Crime fighting with the help of some #yammermagic
Published Apr 12 2017 11:47 AM 9,790 Views
The following is based on a true story. This re-enactment took place on an anonymous Yammer network. The names have been changed to protect the identities of those involved.

Officer Adele Vance was performing her typical daily patrol. She turned the corner of the 57th block of Main and Garden Ave. when she noticed a male exhibiting some suspicious behavior. She snapped a photo and posted it to her police department’s Yammer network.



It didn’t take long before she began getting responses from fellow law enforcement colleagues. Responses that confirmed the suspect’s identity and would later lead to an arrest.

This is a simple example that shows this police force using the power of its network. Officer Vance could have started by asking someone she knows. That may have led to an answer, but she would have had to have been lucky enough to find the right person with the right information.

Instead, she put her network to work for her. Yammer creates a dedicated communication channel for this entire police department to communicate — and it’s one that’s available on their mobile devices. This means if someone is off-shift at home, but happens to check Yammer, they can still contribute. By tapping into the knowledge of the entire department, Office Vance and her team were able to quickly identify and apprehend the suspect.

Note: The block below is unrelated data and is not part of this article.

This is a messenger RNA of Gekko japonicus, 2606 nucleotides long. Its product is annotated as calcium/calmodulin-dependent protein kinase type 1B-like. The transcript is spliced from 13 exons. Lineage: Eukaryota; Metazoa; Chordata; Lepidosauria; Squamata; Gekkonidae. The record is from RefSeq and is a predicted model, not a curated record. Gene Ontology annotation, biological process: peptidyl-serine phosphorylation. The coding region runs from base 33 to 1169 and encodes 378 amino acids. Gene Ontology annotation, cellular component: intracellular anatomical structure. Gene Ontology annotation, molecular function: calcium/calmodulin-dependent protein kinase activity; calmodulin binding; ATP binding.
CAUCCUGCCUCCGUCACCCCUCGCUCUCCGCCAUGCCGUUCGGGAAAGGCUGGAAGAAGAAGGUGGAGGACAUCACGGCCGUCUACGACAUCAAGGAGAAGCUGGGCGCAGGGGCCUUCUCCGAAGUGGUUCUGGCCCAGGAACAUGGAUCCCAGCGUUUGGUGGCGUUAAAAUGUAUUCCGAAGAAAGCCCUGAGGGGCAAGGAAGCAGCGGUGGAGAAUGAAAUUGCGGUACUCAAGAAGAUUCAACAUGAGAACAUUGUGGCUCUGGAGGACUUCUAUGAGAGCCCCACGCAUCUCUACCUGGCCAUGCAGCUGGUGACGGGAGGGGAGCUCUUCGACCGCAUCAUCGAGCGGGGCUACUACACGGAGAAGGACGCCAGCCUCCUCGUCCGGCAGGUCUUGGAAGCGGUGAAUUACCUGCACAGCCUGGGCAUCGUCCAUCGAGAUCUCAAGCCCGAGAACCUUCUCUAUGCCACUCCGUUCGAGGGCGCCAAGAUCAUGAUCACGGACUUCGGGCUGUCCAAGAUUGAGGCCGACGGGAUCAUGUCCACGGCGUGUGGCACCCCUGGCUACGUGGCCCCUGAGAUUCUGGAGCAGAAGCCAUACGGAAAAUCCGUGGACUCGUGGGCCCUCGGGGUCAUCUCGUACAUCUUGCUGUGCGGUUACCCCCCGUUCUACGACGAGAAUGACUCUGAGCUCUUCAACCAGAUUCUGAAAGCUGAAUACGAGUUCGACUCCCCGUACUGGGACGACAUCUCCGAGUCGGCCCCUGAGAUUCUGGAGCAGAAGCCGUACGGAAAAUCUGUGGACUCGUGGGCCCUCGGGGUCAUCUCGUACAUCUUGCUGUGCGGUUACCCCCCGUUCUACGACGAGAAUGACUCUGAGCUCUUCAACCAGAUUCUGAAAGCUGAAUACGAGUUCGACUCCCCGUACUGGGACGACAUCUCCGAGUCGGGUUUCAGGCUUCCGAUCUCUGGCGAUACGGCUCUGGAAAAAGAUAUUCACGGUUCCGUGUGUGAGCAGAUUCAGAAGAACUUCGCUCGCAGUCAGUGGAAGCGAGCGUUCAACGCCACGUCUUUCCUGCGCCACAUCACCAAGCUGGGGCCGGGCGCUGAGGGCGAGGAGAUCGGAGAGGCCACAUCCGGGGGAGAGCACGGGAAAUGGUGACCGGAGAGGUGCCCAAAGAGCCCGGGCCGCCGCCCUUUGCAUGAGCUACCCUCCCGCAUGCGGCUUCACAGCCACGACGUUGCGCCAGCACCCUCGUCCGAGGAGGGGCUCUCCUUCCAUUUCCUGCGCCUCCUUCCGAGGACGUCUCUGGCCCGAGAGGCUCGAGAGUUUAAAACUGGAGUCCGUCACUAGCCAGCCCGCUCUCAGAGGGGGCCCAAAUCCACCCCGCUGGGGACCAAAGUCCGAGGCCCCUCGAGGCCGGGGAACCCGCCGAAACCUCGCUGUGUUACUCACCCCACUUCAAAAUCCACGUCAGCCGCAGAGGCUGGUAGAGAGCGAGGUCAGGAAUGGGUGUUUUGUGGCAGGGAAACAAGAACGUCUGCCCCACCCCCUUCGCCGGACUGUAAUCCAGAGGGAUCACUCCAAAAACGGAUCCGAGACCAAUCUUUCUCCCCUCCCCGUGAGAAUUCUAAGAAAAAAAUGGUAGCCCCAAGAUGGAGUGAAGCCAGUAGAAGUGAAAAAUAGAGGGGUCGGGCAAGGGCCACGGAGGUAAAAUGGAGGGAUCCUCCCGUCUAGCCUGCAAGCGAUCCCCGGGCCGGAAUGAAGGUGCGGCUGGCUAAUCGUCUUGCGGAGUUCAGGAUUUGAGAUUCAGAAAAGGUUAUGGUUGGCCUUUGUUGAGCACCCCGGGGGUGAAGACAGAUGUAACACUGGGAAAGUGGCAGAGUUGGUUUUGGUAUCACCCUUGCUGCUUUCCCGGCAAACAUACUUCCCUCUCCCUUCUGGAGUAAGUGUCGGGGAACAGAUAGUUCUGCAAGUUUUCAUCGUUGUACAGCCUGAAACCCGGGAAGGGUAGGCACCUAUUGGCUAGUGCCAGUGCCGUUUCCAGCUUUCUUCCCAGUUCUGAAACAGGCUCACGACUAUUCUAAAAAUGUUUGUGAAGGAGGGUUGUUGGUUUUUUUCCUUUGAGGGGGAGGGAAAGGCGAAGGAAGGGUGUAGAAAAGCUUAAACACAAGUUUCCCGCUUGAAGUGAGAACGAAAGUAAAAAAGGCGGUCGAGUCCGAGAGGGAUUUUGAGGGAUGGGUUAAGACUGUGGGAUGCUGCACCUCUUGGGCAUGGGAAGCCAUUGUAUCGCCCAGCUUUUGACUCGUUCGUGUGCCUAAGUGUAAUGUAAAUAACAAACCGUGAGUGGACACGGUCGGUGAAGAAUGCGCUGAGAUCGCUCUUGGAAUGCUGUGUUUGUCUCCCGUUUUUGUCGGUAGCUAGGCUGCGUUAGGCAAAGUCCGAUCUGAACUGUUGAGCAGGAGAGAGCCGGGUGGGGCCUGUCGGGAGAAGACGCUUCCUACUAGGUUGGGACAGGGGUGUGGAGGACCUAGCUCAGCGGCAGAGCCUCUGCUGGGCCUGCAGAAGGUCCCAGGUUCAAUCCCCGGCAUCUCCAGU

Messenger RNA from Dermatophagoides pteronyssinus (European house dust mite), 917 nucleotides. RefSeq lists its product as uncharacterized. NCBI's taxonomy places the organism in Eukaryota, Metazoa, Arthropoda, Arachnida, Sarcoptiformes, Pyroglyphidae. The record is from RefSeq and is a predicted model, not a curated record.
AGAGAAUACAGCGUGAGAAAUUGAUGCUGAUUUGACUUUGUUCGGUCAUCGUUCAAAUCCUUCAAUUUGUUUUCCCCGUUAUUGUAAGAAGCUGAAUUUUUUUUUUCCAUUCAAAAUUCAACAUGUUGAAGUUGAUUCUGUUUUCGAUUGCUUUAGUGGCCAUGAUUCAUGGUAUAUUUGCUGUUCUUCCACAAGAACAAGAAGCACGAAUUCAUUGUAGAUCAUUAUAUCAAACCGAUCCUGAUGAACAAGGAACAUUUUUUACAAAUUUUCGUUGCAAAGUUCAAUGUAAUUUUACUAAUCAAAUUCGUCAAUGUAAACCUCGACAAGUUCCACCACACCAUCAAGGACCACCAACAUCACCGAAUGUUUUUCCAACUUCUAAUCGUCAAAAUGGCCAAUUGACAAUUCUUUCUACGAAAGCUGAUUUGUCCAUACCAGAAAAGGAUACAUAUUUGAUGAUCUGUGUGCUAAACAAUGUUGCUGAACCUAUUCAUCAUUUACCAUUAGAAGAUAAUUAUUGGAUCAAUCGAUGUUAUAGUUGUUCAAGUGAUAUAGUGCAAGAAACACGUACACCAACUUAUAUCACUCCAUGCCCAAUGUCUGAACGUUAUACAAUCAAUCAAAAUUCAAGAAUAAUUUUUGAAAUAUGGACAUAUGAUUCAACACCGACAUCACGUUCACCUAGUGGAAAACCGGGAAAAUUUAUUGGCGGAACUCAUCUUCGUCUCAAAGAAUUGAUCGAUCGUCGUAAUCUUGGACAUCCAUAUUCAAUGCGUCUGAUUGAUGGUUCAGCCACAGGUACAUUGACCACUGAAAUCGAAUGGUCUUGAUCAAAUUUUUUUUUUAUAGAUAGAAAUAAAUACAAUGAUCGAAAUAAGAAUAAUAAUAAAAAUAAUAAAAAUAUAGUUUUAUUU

This story reminds me of one of my favorite TED Talks by General Stanley McChrystal: The Military Case for Sharing Knowledge. In this video, General McChrystal talks about shifting a military culture that had secrecy in its DNA to one that emphasized the importance of sharing.


“We changed the idea of information. Instead of knowledge is power to one where sharing is power. It was the fundamental shift. Not new tactics, not new weapons. It was the idea that we were part of a team where information was the essential link between us, not a block between us.”

I think these two examples demonstrate something powerful. We never really know who might have the knowledge and information for us to get our jobs done. We never really know who might be able to utilize the knowledge and information we have in order to help others do their jobs better. It’s time to stop making assumptions about who knows what or who needs to know what. Instead, when you start to assume that there are others in your organization that can benefit from what you know, your organization can start to share more openly and make new connections faster.

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